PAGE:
Dependency Theory In Latin America

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Dependency Theory is the notion that resources flow from a ‘periphery’ or poor and underdeveloped states or countries to a ‘core’ of wealthy states or countries, enriching the latter at the expense of the former. Popular up through the 1960’s, Dependency Theory became prevalent following the Great Depression as export-oriented, Latin America, fell victim to global pricing. The overall exploitation and expansion of market capitalism, utilizing cheap labor and resources in infantile economies to continue to build strength in developed countries in Europe and the West, Latin America is highlighted and studied as the model for dependency theories up through the 20th century.
Economic structures in Latin America saw overall growth and attention provided to the masses in specific industries. Producing an overwhelming abundance of raw materials, countries throughout Latin America saw the growth and development of monocultures, which provided immediate stability and sparked the attention of larger, more powerful, countries looking to invest in such a specialized industrialized market. Although countries throughout Latin America provided valuable resources to the more developed nations,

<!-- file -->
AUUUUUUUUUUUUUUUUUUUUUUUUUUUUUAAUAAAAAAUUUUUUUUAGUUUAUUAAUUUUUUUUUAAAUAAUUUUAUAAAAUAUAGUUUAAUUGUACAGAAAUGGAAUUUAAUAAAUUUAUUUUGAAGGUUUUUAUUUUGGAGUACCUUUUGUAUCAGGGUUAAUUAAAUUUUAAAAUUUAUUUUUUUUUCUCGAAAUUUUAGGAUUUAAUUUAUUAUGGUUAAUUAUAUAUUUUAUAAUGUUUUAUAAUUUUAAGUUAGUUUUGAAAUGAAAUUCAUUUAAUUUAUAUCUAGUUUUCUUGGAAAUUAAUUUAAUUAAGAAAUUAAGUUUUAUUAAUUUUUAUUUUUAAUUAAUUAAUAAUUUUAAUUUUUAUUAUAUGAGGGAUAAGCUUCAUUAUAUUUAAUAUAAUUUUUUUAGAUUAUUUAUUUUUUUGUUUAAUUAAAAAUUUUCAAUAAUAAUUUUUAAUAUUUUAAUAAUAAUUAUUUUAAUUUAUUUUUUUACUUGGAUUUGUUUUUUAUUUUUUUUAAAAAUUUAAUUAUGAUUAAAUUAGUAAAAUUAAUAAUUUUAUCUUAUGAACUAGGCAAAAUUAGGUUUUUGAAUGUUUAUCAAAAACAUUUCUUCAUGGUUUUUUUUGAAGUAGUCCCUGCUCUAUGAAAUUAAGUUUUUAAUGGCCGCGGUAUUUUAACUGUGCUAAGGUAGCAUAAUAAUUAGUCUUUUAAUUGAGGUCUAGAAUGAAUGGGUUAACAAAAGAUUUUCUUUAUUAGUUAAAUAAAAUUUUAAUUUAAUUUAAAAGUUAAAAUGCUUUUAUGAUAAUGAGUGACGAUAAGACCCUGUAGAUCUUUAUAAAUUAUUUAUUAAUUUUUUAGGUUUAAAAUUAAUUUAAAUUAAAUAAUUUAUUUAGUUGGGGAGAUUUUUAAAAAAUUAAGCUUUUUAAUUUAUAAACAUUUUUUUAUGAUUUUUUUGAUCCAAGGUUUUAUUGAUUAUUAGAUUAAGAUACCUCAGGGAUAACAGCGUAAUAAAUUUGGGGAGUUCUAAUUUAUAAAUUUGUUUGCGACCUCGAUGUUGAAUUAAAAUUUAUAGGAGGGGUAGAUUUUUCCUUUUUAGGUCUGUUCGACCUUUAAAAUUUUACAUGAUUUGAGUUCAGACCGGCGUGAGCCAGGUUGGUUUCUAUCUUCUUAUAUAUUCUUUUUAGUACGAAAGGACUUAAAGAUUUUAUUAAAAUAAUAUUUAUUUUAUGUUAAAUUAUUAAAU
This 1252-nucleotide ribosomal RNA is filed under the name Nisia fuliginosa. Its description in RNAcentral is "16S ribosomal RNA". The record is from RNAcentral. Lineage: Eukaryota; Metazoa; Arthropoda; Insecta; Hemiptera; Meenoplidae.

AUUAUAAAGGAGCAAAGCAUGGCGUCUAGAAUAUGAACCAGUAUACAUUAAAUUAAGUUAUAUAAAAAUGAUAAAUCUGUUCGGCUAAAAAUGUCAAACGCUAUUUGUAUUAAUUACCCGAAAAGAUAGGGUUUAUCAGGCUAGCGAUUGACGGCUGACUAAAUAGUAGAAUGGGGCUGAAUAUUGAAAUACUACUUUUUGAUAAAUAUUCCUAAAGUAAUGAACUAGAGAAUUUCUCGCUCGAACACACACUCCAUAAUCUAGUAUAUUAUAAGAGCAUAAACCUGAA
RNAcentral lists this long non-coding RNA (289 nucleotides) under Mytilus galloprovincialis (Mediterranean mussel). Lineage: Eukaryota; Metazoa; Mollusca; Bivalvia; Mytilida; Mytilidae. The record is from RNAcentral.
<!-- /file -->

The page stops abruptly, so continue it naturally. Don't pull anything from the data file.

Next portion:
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Finding a niche in a specific market, Latin America economies has the opportunity invest and rebuild the infrastructures which is the back-bone of their country. This outlook provides a more stable, long-term economy, and entices competitive countries who may have varying outlooks on the current hegemon for which is considered the United States. Focusing on those countries who may have a weakening relationship with the United States, the wealth for which Latin American once brought in to such economies may find its way in other developing nations in addition to their

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